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Active Recovery for Your Active Lifestyle

pain performance recovery Aug 01, 2022

Recovery is just as important as your exercise/training. Even if you are not an athlete, recovering from the stresses of your daily life is important.

When I talk about recovery, I am not talking about rest or dealing with an injury. I am talking about purposeful recovery to be able to get back out there and crush your next training session.

Recovery, when done correctly, will help you improve performance as well as make you feel better and reduce your risk of injury.

Recovery can be defined as “a return to a normal state of health, mind, or strength.” There are a number of ways we can recover, both physically and mentally.

Set yourself up for success.

While most recovery techniques are better after a training session, it is important to think about it beforehand. Doing the right things before training can enhance your recovery efforts after training.

You should go into a training session prepared for the tasks you are about to demand of your body. This means that you should be hydrated an hour before your training session and put in the right foods pre-workout (which may vary depending on the time of day you are eating and training). When eating 2-4 hours before a training session, choose fruits, vegetables, carbohydrates and proteins that are easy to digest. When eating 30 minutes before a training session, limit fats and fiber by selecting a simple carbohydrate snack such as bananas or Greek yogurt.

You should also make sure that you allow an adequate amount of time to warm-up and perform any specific mobility exercises. Depending on your training session, this may be built in for you (i.e. team sports, group training), however you can get a head start and do a warm-up that is more specific to your needs prior to the group warm-up.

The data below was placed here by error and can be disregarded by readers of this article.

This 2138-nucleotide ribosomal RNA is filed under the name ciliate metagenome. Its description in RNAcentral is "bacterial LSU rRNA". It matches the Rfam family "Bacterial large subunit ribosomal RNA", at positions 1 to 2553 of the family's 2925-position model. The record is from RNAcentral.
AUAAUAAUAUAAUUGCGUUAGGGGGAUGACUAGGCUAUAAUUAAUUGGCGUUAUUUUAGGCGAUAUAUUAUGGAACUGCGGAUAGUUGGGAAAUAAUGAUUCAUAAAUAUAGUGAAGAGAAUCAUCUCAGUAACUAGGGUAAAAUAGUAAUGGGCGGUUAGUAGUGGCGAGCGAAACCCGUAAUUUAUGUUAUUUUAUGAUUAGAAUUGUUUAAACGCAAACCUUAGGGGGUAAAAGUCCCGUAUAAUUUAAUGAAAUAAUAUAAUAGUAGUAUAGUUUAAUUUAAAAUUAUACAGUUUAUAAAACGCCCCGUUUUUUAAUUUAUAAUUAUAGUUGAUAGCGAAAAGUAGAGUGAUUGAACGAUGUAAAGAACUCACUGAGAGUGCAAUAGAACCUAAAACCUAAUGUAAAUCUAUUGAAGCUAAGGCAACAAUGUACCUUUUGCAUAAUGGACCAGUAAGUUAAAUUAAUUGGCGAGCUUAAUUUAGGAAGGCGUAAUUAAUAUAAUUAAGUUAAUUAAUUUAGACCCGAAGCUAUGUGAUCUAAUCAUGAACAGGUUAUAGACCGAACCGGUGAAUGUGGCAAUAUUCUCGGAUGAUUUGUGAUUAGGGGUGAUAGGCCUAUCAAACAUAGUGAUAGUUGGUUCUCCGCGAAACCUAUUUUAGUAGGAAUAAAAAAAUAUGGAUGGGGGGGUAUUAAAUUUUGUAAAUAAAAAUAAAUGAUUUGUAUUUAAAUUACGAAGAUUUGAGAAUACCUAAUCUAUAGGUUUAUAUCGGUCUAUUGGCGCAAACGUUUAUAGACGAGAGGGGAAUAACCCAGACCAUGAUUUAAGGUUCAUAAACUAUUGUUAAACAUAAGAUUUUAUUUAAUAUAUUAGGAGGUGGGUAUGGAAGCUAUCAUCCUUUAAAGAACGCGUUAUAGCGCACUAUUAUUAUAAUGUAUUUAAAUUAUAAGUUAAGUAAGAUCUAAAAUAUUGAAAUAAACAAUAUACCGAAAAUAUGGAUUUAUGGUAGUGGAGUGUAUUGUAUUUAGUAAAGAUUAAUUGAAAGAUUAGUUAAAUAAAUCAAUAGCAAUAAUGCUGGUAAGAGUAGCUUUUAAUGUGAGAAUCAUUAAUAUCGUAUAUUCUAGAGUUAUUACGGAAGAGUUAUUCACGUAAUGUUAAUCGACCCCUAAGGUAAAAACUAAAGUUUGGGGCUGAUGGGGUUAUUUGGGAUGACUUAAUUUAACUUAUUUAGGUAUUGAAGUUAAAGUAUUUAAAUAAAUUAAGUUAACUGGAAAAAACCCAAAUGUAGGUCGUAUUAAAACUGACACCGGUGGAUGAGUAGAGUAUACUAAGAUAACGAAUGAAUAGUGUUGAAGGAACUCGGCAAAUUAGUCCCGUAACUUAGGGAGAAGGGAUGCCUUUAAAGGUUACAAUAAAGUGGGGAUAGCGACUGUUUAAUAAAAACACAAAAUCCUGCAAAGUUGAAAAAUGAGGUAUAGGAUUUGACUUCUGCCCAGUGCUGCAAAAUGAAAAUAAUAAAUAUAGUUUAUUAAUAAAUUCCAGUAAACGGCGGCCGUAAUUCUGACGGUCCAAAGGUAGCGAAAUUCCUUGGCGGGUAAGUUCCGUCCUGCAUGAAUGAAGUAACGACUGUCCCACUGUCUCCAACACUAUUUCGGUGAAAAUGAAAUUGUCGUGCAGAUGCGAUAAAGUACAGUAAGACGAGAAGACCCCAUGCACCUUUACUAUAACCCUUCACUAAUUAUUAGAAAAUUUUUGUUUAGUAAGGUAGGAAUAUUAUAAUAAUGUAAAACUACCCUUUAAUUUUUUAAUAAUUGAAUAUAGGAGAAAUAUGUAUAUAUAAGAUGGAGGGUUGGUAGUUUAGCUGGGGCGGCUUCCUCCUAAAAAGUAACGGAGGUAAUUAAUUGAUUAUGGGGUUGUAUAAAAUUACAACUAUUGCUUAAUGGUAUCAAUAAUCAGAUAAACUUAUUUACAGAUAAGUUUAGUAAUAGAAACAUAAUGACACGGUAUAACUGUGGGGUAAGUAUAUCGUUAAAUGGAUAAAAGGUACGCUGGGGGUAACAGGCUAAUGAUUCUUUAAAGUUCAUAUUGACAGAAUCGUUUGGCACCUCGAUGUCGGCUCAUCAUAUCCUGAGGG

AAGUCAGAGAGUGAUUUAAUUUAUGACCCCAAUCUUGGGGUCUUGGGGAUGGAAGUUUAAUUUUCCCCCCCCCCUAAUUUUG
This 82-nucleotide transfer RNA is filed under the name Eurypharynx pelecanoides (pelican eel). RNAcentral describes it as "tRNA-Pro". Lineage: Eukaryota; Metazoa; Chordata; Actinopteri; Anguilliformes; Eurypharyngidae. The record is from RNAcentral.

Recovery starts immediately after training.

The worst thing you can do is go directly from a training session to sitting in a car then sitting on a couch. Sure, life can make this tough if you leave the gym and go to an office job, but you can still make it a point to move throughout the day.

Immediately after training, start your body’s recovery with a cool down. This could be something simple like stretching, walking, and light jogging, or something more advanced like using dynamic compression devices, percussive therapy, and cryotherapy. It is best to do this before you get in the car to go home or to the office because you are more likely to do it at the gym or field. If necessary, you can still be effective by doing this when you get home.

You need to replenish your body after a training session. Some big things to think about are drinking enough water to keep your body hydrated and putting some protein in your system, whether that is from powder or food. Avoid alcohol and sugary snacks right after training.

What you do at home matters.

Post-workout nutrition is important. Think about it this way, you should: (1) refuel with carbohydrates, (2) repair with protein, and (3) rehydrate with fluids and electrolytes.

Sleep is where the magic happens. Many people take sleep for granted, but getting 7-9 hours of sleep per night has been proven in multiple studies to make you feel better and more resilient to injuries. The body repairs itself during sleep.

You need to move outside of the gym. Sure, your training should be done inside the gym, on the court, on the trails, etc. but you also need to be physically active in your free time. Roughly 5 hours per week at a minimum should be spent being physically active (outside of your actual training). Some good examples include walking in the neighborhood, hiking, stretching at home, and swimming in a pool.

Be mindful and purposeful.

Another highly underrated recovery tool is stress management. Stress is the cause of many peoples’ pain and disease. Learning how to deal with stress and staying positive will do wonders for your recovery and your overall well being.

Recovery is more than just rest. Your recovery should be active and purposeful.

Corey Hall, PT, DPT

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